The Brett Wilson media law blog has examined Leveson 2 and Section 40 libel costs in wake of the announcement of the consultation on Leveson.
Roy Greenslade in the Guardian has sought to explain both why he rejects press regulation through a royal charter, and why he has opposed the Guardian being regulated by IPSO.
An undercover investigation by The Sun into a man selling health care diplomas to students, which could be used to apply for degree courses, did not breach the Editor’s Code, IPSO has ruled.
Last week in the Courts
On 31 October 2016, Warby J handed down judgment in the case of Suresh v Samad  EWHC 2704 (QB)).
The trial in the case of Shakil-Ur-Rahman v Ary Network Ltd & Anor began on 1 November 2016 and continued all week. It is part heard and is expected to end today. There was a 5RB news item about the trial.
On 3 November 2016, Sir David Eady gave judgment in the libel damages assessment of Undre v London Borough of Harrow ( EWHC 2761 (QB)). There was a 5RB case note.
On Friday 4 November 2016 Nicol J handed down judgment in the case of ERY v Associated Newspapers Ltd ( EWHC 2760 (QB)), continuing an interim injunction restraining publication of information that the police are investigating the claimant’s suspected involvement in financial crime. There was a news report on the 5RB website. The Mail on Sunday – which had told the judge it had no intention of publishing the story – nevertheless ran a piece under the headline “The gagging of justice: A millionaire was interviewed under caution by police over possible financial crimes… but we can’t tell you his name because a judge slapped a gagging order on us“. It also ran a piece by media lawyer Susan Aslan “How chilling when the Press can’t report the truth”.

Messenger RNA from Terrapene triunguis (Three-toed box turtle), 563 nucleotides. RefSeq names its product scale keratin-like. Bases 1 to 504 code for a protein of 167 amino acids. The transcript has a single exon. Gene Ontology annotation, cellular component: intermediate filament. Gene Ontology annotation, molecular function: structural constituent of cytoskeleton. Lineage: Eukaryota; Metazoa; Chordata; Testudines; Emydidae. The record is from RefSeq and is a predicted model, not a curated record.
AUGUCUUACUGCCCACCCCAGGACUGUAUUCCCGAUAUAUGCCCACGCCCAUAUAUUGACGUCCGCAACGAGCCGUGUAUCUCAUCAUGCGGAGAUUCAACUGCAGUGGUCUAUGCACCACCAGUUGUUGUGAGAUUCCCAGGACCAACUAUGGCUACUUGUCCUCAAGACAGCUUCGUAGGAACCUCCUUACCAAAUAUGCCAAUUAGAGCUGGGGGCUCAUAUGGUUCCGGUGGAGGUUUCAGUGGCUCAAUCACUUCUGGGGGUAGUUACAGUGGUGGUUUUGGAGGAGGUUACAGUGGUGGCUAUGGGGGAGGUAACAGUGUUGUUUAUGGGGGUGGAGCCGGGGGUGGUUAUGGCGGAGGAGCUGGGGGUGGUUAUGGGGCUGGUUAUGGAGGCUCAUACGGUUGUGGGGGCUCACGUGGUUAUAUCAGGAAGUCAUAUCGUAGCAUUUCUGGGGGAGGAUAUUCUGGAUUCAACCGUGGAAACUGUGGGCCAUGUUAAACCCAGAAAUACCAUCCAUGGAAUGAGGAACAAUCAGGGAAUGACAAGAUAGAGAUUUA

On the same day there was an application in the case of Holyoake & Anor v Candy & Ors before Warby J. Judgment was reserved.
We have already mentioned the judgment in PJS v News Group Newspapers ( EWHC 2770 (QB)) also handed down on Friday 4 November 2016.
9 November 2016, Information Law and Policy Centre’s annual workshop and lecture. To register for the afternoon workshop this Eventbrite page. To register for the evening lecture this Eventbrite Page.
1 December 2016, Event: Internet & Social Media Law 2016, Grange Tower Bridge Hotel, London. This conference brings you the latest updates and developments in light of such things as the Digital Single Market, the Investigatory Powers Bill, and the legal implications of Brexit.
8 December 2016, Article 19 event: 250 years of freedom of information, Free Word Centre.
Media Law in Other Jurisdictions
In his blog Dr. Michael Geist, Law Professor at the University of Ottowa, has written that trust in Canadian surveillance agencies has been ‘irreparably harmed’ after recent revelations in Canada about the surveillance of journalists.